“That one looks like a bone,” the teacher says.

“That is a bone,” say the kids.

“Keep looking until there are no more details,” the teacher says.

I am still there, sketching but really listening. Taken out of context, her statement makes me wonder about seeing as an act of removal. Maybe I just forget she is only talking about sketching. When there are no more details, when you’ve given them all up, they aren’t yours anymore. Your memory is no longer your own.

“We are a landscape of all we have seen,” Noguchi says.


We are walking to the bookshop, the only one in the neighborhood. Side by side in the space of the sidewalk I can see her better. She’s not exactly who she was up close. Sometimes on dating websites, apps, what happens is I’ll get attached to a particular picture within the gallery. I decide that this one, the one I like best, is the reality, is what they truly look like. Like the others are aberrations. This is who they really are. But of course this is a lie, an illusion. They are all of them.

In the bookstore, we browse. For some reason I feel more interested in the browsing than in our conversation. She tells me about her books and I tell her about mine, the ones we’ve read. The overlap is surprisingly small. Not that mine are better, but our tastes seem so different.

I ask the attendant if they have a particular book. They do but only one. Less than a minute later, a harried woman, very old, comes in. “I’m looking for a book for my book group,” she says. She mentions the book I have picked, the book of which there is only one.

She can have it.

I know I am only buying it because I am in a bookstore.


We go to a bar with a lot of open space and huge wooden tables. We only have an hour left, she tells me, since she has plans to meet a friend for drinks later. We sit side by side, because across feels too far away. We toast. I haven’t eaten all day, but in a certain way, I am full from the museum, from all this activity. A few sips of beer and the malaise of the last few weeks feels like someone else’s life.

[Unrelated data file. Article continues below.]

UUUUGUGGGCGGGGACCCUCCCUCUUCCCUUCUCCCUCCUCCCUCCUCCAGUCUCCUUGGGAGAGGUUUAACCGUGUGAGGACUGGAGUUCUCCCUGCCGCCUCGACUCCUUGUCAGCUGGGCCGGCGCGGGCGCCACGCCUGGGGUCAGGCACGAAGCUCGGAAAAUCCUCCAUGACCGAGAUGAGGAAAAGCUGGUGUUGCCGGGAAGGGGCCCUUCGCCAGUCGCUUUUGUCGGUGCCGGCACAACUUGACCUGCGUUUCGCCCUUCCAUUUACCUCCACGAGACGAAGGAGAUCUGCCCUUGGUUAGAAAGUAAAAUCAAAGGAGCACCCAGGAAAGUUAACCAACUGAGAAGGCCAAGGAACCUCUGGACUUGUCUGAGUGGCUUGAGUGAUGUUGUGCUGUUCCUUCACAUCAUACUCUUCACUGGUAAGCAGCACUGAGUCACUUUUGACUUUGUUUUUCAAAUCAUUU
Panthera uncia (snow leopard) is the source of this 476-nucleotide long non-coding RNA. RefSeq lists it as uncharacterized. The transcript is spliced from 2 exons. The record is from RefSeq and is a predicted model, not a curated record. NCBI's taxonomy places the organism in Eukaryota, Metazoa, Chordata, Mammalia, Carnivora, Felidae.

I turn toward her and ask how she got in her life from A to B. She has a sketchbook with her, she takes it out, starts drawing and explaining. She asks what’s made me happiest in the last month. She asks about something I regret not doing. I start drawing too. I’ve turned the page and we are both drawing diagrams of our lives. In spite of what people say, lives are long. She texts her friend, breaks her rule, cancels.


It gets later and the evening is gone — it is night. Darker, colder. We need to decide what to do. She says she’s concerned about fastforwarding, about going too fast. It’s burned her before, she says. The faux intimacy that is sometimes borne out of comfort, the glaze of newness. I know the feeling too. It sounds to me like we’re talking about sex without talking about sex. I shrug.

“I’m very go with the flow,” she says.

We walk back to my apartment, which isn’t a short walk. I don’t know what it is, but outside of defined spaces, things are too laid bare. Maybe there is less to disguise our lack of chemistry. I ask her a question, something about movies, and for the whole walk she can’t answer it because she is thinking of something else.

Later, we are kissing and then she stops because she needs to know why I want to kiss her.

“I like how it feels. I like you.”

She continues with the interrogations, like the whole thing is a word problem. It seems like there is a history here I don’t know. All of a sudden, the way she sounds reminds me of a relative I don’t like. I’m irritated that she’s unwilling to suggest any songs to listen to. I have to pick them all.


There is another man in the Noguchi Museum when I am there, who arrives around the same time. He takes a picture of every single sculpture; a completist. He only sees the sculptures through the lens, never once looks up, like the camera is a part of his face.

As a person starts to disappear from your life, time will whittle them down. Noguchi says about one of the sculptures called Torso that sometimes the fragment is better than the whole. At our table, when we are side by side, not across, when we are talking about kissing, about the feeling after a first kiss, she says that’s when all the rules change, of how you can move and be and touch. This is my favorite moment of her.